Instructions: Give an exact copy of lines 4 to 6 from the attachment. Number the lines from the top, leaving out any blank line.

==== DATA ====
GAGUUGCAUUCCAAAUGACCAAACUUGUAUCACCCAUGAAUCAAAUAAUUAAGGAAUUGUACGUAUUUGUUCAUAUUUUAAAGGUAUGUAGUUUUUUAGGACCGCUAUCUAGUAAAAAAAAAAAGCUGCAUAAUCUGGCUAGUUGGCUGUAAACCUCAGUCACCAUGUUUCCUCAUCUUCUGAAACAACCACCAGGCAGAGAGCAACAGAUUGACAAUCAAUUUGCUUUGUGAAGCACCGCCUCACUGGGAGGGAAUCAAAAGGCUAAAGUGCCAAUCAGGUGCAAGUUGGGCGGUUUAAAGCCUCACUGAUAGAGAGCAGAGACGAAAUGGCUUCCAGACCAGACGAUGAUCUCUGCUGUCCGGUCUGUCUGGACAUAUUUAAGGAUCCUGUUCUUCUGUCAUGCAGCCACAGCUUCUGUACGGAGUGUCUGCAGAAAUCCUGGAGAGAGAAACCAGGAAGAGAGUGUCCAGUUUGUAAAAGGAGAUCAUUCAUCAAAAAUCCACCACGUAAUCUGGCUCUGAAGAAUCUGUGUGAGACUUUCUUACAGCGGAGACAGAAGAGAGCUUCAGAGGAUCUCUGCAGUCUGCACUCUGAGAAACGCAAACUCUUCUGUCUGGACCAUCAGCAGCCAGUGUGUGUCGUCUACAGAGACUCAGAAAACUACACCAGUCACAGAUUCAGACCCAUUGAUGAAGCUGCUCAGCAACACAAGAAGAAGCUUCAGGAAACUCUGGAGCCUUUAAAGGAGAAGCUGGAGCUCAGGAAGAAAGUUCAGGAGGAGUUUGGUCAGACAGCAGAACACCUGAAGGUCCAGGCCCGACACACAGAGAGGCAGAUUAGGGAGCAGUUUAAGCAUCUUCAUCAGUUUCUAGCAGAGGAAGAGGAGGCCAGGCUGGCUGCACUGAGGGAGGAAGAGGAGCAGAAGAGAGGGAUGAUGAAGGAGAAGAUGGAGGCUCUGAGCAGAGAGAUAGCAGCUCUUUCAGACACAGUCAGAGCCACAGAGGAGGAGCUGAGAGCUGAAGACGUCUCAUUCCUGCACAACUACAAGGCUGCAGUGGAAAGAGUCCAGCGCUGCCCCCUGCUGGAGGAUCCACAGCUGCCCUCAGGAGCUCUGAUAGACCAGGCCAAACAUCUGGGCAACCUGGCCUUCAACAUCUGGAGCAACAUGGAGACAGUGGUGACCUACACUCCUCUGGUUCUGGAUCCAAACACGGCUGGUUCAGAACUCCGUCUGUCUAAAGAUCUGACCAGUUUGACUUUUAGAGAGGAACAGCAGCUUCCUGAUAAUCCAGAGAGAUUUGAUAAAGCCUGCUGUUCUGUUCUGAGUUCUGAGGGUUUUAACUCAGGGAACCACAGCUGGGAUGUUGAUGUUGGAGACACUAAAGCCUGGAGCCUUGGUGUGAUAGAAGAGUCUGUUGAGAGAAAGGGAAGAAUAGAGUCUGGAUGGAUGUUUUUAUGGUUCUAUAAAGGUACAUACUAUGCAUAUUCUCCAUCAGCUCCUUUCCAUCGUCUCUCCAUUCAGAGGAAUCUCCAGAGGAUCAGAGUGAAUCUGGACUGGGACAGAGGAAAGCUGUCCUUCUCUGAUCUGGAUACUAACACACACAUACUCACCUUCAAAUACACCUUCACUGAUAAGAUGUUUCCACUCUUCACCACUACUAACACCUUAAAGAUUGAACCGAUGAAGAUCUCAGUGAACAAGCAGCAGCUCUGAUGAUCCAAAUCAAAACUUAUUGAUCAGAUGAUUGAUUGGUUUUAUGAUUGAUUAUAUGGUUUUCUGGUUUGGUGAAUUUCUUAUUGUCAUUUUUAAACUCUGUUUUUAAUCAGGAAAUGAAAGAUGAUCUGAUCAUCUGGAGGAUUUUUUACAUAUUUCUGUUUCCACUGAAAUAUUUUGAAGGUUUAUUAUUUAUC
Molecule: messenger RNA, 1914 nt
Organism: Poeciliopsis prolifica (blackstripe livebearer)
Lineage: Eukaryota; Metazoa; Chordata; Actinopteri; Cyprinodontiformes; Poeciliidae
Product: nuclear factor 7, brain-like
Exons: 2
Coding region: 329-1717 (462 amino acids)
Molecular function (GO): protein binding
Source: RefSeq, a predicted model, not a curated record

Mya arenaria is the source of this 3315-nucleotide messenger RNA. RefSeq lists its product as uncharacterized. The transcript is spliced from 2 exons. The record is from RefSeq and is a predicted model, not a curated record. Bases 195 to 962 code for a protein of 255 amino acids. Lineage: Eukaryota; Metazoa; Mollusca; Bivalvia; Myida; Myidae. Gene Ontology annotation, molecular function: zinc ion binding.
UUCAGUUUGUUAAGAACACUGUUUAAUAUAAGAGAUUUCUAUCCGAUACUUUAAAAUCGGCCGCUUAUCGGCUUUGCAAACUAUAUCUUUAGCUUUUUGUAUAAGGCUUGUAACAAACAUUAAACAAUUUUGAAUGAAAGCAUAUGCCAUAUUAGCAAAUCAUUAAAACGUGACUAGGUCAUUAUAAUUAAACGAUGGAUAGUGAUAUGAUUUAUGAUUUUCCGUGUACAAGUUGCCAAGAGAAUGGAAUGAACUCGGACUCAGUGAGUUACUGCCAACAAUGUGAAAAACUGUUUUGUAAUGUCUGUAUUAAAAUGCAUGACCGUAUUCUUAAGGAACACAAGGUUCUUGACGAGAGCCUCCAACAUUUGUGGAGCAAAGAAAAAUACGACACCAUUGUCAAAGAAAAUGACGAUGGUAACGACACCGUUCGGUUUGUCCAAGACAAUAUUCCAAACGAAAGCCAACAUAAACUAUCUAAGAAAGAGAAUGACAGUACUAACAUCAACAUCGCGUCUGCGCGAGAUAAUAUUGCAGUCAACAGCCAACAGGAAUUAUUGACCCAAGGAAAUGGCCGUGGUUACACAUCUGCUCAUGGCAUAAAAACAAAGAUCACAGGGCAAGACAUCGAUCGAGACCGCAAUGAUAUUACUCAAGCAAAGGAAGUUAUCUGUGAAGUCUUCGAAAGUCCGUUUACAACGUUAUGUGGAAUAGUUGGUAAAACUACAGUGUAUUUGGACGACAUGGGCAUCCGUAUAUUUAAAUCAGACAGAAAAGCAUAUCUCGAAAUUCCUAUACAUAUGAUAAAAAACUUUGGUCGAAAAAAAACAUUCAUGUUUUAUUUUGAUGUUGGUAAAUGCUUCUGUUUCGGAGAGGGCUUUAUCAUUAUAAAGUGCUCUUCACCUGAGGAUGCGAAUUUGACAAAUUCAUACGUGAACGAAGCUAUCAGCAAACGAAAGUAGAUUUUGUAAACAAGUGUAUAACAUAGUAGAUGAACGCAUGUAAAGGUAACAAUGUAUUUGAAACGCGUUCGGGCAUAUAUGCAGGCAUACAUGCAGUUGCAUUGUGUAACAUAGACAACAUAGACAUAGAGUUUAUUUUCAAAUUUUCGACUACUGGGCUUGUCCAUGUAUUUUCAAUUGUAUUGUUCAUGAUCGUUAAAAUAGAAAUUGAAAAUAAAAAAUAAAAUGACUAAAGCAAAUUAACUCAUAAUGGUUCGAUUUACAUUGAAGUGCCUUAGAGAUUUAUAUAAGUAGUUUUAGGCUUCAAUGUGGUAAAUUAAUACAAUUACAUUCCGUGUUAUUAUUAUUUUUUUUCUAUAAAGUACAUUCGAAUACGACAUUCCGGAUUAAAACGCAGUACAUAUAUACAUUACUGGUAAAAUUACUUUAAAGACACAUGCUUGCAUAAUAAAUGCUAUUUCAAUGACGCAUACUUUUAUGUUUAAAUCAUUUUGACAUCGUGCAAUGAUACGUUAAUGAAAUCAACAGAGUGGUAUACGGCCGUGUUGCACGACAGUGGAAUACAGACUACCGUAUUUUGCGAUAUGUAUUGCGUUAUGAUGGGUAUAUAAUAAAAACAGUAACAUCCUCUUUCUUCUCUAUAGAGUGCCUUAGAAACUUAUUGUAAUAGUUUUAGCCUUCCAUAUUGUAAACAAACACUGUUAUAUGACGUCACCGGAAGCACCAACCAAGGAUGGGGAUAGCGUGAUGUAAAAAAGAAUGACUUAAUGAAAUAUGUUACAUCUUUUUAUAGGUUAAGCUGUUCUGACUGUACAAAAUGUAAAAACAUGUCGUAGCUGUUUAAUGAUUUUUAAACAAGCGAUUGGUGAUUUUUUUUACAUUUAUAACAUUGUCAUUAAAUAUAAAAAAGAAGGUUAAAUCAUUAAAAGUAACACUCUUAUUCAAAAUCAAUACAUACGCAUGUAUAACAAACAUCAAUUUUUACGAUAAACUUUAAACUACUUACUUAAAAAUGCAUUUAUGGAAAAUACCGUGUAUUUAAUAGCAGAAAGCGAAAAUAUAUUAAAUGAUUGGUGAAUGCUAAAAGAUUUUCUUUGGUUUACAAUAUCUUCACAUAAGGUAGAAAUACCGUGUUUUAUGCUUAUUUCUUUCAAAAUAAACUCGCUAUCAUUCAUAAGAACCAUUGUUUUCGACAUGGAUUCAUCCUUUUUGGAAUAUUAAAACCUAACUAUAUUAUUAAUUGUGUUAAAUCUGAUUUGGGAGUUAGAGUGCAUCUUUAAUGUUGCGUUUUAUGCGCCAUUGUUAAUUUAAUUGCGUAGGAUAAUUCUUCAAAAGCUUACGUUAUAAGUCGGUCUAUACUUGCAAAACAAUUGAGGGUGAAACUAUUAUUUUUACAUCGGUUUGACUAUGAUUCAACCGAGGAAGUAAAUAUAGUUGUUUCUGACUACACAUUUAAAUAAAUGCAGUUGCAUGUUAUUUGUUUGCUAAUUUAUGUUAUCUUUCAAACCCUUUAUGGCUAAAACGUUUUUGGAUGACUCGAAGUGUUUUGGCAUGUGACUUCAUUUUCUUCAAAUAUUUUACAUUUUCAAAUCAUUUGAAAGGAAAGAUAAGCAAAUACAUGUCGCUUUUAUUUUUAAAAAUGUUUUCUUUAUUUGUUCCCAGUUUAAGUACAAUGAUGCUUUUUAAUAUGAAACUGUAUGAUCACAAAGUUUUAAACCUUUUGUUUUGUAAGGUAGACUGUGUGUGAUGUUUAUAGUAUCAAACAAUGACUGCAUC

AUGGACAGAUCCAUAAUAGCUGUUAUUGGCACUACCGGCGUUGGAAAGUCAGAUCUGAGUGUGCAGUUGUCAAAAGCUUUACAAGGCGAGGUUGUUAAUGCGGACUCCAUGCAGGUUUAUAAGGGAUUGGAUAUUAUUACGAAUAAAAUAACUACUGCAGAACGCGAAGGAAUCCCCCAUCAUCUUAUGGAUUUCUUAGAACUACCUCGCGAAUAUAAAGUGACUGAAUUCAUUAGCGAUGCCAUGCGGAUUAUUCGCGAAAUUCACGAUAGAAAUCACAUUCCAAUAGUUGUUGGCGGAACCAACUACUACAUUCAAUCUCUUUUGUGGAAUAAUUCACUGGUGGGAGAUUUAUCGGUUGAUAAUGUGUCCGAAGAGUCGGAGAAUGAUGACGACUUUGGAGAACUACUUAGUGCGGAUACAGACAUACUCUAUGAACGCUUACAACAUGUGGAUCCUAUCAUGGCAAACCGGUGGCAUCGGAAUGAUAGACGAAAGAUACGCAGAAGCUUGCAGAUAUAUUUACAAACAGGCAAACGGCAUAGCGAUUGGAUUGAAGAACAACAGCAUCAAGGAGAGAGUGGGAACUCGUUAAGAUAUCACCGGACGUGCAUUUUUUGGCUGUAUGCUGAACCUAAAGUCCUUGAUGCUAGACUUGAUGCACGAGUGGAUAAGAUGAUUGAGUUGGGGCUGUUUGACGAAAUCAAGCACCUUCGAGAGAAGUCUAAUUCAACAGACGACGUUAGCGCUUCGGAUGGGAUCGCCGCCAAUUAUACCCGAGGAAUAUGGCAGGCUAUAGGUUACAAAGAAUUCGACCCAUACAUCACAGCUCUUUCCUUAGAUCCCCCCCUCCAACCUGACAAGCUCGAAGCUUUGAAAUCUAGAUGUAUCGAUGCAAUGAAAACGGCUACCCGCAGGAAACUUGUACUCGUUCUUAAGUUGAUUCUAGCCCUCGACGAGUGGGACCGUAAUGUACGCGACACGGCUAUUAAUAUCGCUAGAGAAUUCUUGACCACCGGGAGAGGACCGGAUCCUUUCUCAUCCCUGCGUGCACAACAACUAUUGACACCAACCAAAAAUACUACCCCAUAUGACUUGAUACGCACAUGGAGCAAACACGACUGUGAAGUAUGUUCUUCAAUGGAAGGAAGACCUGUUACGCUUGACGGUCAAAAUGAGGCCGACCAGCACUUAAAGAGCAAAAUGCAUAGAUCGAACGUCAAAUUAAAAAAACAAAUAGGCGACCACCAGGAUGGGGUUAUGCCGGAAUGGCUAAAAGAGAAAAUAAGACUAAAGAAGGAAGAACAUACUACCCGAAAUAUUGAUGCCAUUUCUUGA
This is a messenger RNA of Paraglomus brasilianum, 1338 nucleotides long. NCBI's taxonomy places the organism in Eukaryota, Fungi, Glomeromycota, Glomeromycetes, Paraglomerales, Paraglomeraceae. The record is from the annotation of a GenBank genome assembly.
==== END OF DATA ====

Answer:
Lineage: Eukaryota; Metazoa; Chordata; Actinopteri; Cyprinodontiformes; Poeciliidae
Product: nuclear factor 7, brain-like
Exons: 2